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Rules for Review of Home Plans Are Revised : Development: Council extends emergency measure, lowers threshold for hearings to houses of 15,000 square feet. Officials want time to consider complaints over proposed 46,000-square-foot mansion.


BEVERLY HILLS — In the city of mansions, some people may be wondering just how small a house they will have to settle for to avoid the glare of public scrutiny.

On Tuesday, the Beverly Hills City Council once again changed the rules for building a hillside home, lowering the threshold for public review to 15,000 square feet.

As part of a nearly yearlong extension of a city urgency measure, hillside property owners who want to build homes of more than 15,000 square feet will have to go through public hearings to gain approval.

The city's hillside ordinance approved last year placed the threshold for public review at 25,000 square feet. In August, the City Council voted for an urgency ordinance requiring that basements be included in calculating square footage for the first time, which made public review necessary for smaller homes. Tuesday's extension of the ordinance, set to expire Sept. 24, also requires basements to be included in the floor-area measurements. It exempts a home's crawl space, 300 square feet of basement space for mechanical equipment and 1,600 square feet for subterranean garages.

Councilman Allan Alexander acknowledged Tuesday that the urgency measure is intended to allow time for the Planning Commission to reconsider some of the issues that emerged during recent public hearings on a 46,000-square-feet estate proposed by part-time resident Robert Manoukian for his Tower Road property. Even though it had gained commission approval, the estate was turned down by the council on appeal last month after Manoukian's neighbors launched a campaign-style offensive that galvanized citywide opposition to the project.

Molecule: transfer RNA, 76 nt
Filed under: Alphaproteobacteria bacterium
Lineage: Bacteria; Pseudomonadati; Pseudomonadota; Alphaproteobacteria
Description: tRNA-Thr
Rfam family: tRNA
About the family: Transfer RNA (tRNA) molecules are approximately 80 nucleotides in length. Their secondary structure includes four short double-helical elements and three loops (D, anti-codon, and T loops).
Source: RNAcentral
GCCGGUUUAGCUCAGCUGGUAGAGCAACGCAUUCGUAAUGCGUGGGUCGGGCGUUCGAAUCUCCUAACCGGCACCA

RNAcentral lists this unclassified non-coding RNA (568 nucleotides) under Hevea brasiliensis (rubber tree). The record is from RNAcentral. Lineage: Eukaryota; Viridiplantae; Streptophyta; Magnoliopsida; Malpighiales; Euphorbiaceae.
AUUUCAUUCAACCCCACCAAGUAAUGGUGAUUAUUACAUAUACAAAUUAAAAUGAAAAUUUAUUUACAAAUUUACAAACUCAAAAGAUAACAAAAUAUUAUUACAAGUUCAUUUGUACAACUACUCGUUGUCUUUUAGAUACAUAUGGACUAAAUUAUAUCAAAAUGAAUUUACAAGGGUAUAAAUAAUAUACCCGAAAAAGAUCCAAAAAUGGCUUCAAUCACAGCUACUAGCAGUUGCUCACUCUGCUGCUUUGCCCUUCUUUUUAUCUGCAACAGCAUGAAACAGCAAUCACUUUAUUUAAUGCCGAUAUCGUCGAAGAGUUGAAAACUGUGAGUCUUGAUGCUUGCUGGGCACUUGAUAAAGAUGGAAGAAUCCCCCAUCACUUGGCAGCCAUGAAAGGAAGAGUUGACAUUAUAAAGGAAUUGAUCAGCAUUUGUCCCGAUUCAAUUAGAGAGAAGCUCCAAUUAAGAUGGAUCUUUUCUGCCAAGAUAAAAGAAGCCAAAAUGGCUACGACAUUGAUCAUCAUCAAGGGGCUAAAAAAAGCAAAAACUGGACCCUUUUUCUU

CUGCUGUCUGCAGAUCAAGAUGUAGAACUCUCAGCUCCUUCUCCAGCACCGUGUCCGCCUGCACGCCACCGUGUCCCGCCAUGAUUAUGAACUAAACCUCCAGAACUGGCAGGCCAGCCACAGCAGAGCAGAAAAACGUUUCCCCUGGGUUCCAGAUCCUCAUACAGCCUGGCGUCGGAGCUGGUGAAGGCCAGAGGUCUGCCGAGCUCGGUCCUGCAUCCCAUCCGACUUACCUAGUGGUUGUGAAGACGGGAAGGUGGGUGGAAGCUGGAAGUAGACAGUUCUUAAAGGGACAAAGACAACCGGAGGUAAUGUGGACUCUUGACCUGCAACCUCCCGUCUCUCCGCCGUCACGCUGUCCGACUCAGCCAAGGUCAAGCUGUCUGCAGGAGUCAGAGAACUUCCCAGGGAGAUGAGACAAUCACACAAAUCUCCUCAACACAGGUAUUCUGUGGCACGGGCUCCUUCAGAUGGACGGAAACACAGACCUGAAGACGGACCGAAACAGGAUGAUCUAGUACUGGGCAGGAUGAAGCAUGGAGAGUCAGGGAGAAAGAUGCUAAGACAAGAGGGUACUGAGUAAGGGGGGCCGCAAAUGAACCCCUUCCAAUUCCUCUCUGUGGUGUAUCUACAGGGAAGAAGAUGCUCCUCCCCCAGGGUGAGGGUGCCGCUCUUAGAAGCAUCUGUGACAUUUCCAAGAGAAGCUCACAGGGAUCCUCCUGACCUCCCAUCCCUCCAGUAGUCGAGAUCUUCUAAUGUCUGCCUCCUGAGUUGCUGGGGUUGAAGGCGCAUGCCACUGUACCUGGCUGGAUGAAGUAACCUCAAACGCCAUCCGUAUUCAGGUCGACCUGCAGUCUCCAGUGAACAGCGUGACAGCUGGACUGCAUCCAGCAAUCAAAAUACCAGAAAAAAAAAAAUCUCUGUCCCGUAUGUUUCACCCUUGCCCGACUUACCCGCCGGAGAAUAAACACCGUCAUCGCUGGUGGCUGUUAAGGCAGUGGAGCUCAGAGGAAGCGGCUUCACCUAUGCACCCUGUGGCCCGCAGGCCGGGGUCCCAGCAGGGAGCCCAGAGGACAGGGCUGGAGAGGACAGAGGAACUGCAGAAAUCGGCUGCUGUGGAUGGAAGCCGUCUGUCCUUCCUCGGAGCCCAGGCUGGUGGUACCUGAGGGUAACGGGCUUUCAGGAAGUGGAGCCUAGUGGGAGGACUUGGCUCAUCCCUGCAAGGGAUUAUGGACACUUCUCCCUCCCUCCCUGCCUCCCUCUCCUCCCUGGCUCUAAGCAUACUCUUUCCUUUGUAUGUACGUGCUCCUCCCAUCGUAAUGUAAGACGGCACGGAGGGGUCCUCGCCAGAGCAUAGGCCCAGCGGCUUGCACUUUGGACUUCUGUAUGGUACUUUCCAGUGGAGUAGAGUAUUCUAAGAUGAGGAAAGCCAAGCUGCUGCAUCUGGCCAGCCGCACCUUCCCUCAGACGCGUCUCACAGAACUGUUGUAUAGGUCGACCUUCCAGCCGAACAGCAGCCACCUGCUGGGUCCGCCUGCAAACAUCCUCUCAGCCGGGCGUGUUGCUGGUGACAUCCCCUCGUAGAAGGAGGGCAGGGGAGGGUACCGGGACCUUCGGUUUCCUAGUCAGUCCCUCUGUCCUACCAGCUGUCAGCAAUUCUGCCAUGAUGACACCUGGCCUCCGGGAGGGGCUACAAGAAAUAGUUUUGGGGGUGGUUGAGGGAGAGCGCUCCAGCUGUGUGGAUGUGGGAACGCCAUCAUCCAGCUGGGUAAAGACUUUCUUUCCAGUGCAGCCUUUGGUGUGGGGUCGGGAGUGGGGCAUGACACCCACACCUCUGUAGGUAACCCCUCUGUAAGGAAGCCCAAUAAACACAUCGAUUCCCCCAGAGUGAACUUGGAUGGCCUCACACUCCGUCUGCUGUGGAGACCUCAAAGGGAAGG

The council agreed in a unanimous vote Tuesday to extend the urgency measure to Aug. 9.

The new requirements will be in place while the city's Planning Commission reviews whether basements should be permanently included in calculating floor area, and what the threshold should be for mandatory public review.

Several council members said they were lowering the public review threshold to 15,000 square feet while the measure is in effect because the majority of homes approved for hillside properties since 1990 were smaller.

Only three of 17 houses that received building permits have been larger than 15,000 square feet including basements, Alexander said. The new threshold would still allow most applicants to have their projects reviewed by city staff using the criteria established under the city's hillside regulations.

Attorneys for Manoukian were not present at this week's meeting, nor could they be reached for comment. But during a public hearing last week on the urgency measure, his attorneys protested the addition of restrictions.

Manoukian had submitted a new application with the city that calls for a nearly 25,000-square-foot home to be built on two of his three adjoining lots. Under the new restrictions, it would be required to go through public review.

Alexander acknowledged that as of now, the restrictions will not be "affecting anyone but Mr. Manoukian's project."

Alexander said that he hoped Manoukian would allow the new proposal to go through the Planning Commission and the public review process and that a mediator should be called in to facilitate the process with his neighbors.

Hillside resident Stuart Ketchum, who along with Jack Lemmon and other neighbors fought the construction of Manoukian's estate in their Tower Road neighborhood, praised the council.

Ketchum urged the council to keep residents involved in the political process and educate them in layman's terms about the complexities of construction.

People don't know how many square feet their homes are, he said, which makes it difficult for them to evaluate projects that are being reviewed.

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